AMID media speculation that Blair’s government is willing to compromise on plans for independent ‘trust schools’, contained in next month’s Education Bill, the reality is the opposite.
The latest Education White Paper, which has preceded the Bill, makes clear that ‘trust schools’ will function as independent business units funded by the government. ‘Trust schools’ will function largely outside the control of local councils’ education authorities, which have a legal responsibility to provide pupils with places in schools offering the necessary courses.
Such a fundamental attack on state education, provided by primary and secondary schools organised by local authorities, has provoked huge opposition, even in the ranks of normally compliant Labour MPs. More than 90 MPs have supported an alternative Education White Paper.
Blair and Education Secretary Ruth Kelly were engaged in an offensive yesterday to get these Labour MPs to submit. Downing Street said: ‘We are in a process where people are contributing to the debate.’
Kelly told the London Evening Standard that ‘most of my colleagues have more measured and specific concerns about the detail, especially on admissions and the role of local authorities, and I will continue to explore these areas with them’.
But while the Education Secretary was promising to listen to Labour MPs, teachers’ unions and working-class parents, she was closeted with representatives of big business, discussing how their companies can take over state schools.
Kelly held a seminar with the leaders of 25 major companies and charities yesterday. It was the first of a series in which she will meet the bosses of Microsoft, the KPMG accountancy group, the Corporation of London and the Mercers Company, a charity that controls the fee-paying St Paul’s School.
Under the proposals in the Education White Paper these business interests will ‘sponsor’ trust schools.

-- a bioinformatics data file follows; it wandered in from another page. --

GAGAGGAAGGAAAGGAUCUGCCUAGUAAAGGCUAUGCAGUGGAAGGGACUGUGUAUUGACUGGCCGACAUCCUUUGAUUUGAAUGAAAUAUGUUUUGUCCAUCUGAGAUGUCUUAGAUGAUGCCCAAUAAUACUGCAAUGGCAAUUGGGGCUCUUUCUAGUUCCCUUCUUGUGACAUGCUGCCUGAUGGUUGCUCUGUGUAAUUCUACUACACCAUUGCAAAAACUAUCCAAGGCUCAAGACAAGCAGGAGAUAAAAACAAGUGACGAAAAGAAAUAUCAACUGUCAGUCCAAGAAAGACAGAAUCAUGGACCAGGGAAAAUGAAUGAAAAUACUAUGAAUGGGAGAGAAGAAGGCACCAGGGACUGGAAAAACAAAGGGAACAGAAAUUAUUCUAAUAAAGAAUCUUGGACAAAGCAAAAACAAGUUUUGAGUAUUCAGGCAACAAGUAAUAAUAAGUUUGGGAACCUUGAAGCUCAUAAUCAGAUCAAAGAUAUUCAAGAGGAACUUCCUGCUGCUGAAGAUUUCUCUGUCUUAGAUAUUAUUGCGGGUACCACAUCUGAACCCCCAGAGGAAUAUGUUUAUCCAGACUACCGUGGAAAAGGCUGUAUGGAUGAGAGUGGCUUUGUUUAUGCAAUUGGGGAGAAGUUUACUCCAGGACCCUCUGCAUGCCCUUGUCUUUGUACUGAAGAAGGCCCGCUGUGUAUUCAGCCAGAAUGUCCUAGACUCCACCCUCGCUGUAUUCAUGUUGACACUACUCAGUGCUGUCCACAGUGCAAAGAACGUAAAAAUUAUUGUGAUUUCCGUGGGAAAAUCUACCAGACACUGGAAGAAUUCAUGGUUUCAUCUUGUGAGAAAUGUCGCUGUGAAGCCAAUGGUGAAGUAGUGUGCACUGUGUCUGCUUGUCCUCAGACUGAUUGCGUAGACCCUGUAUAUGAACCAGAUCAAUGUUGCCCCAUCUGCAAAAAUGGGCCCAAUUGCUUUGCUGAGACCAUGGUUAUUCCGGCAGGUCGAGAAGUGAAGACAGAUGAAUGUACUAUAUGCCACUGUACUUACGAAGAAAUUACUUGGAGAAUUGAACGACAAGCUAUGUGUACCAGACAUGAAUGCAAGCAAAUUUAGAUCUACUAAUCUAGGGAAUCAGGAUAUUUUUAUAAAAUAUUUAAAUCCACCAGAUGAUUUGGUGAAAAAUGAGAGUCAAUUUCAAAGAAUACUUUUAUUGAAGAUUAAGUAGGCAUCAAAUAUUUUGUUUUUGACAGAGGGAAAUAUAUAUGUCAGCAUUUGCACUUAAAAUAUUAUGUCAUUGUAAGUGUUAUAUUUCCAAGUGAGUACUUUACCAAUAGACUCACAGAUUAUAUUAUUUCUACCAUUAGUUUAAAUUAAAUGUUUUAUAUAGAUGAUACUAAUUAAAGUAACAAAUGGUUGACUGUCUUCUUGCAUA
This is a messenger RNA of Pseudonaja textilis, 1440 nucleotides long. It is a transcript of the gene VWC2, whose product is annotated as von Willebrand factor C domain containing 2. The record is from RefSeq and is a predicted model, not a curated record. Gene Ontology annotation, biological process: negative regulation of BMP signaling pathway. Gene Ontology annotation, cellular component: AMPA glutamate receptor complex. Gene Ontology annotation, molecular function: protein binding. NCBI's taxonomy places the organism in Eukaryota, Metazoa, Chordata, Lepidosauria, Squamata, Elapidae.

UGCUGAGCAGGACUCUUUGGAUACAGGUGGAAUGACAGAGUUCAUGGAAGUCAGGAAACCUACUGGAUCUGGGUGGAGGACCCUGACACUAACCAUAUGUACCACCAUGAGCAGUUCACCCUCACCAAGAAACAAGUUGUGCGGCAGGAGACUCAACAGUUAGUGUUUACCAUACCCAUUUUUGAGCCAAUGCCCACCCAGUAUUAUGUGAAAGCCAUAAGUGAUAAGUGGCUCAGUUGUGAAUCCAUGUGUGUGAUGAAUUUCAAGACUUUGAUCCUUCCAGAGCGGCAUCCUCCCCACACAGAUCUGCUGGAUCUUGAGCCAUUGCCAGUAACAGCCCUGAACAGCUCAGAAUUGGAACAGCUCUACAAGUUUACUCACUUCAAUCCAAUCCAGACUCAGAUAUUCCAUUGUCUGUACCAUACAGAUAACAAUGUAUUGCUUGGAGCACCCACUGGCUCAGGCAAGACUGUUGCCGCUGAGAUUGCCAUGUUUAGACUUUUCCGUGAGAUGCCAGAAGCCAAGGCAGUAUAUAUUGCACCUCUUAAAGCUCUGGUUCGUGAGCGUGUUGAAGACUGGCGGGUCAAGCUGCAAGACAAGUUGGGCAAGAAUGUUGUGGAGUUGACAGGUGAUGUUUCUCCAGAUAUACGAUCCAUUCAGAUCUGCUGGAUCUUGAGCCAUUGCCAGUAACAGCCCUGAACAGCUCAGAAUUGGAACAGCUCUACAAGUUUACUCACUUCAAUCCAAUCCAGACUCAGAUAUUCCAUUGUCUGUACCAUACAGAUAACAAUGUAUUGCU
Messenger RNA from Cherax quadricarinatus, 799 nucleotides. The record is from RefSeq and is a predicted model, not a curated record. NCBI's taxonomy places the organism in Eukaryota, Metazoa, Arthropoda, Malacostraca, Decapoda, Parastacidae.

They will control income and expenditure, who can attend the school, what is taught and pay rates for teachers, independent of the policies being pursued by elected local councils.
This break-up of the state education provided by primary and secondary schools and its handing over to big business interests, represents a huge step towards the wholesale privatisation of schools.
Blair and Kelly are forging ahead with this at a time when the full extent of the damage caused by the Labour government’s first major attack on state education is evident, that in universities.
In 1997, one of the Blair government’s first measures was to tell universities that they had to find sponsors and business partners for funds. Student grants were abolished and students were forced to pay tuition fees of £1,000 a year (now £1,175). This autumn all students face tuition top-up fees of £3,000.
Every year 800,000 students take out student loans to pay their fees and be able to live while they are at university. At the end of their courses the average student debt is £12,000 at present. Already 138,000 graduates cannot keep up with their student loan repayments, and last year, 899 graduates filed for bankruptcy because of their debts.
With fees set to triple this year, it is estimated that more than one in a hundred potential students will not go to university because of their fear of huge debts. It is the legacy of ending free state education at the university level.
This is the kind of disaster that Blair and Kelly are now planning for millions of school pupils.
‘Trust schools’ will decide who they will take and some of the courses they will provide. What will stop them from charging hidden fees for books, equipment, field trips and extra teaching?
We are told that the forthcoming Education Bill is a major part of ‘Blair’s legacy’ and that he is determined to proceed with it.
Students, teachers and parents must demand their union leaders campaign throughout the trades union movement for strike action to defeat the Education Bill. It is clear this means bringing down the Blair regime.
Those leaders who refuse to organise this fight for the right to education must be removed and replaced by those who will.
Every worker and every trade unionist demands equal access to free state education for all. This can only be provided by a workers’ government implementing socialist policies to provide the funds for education.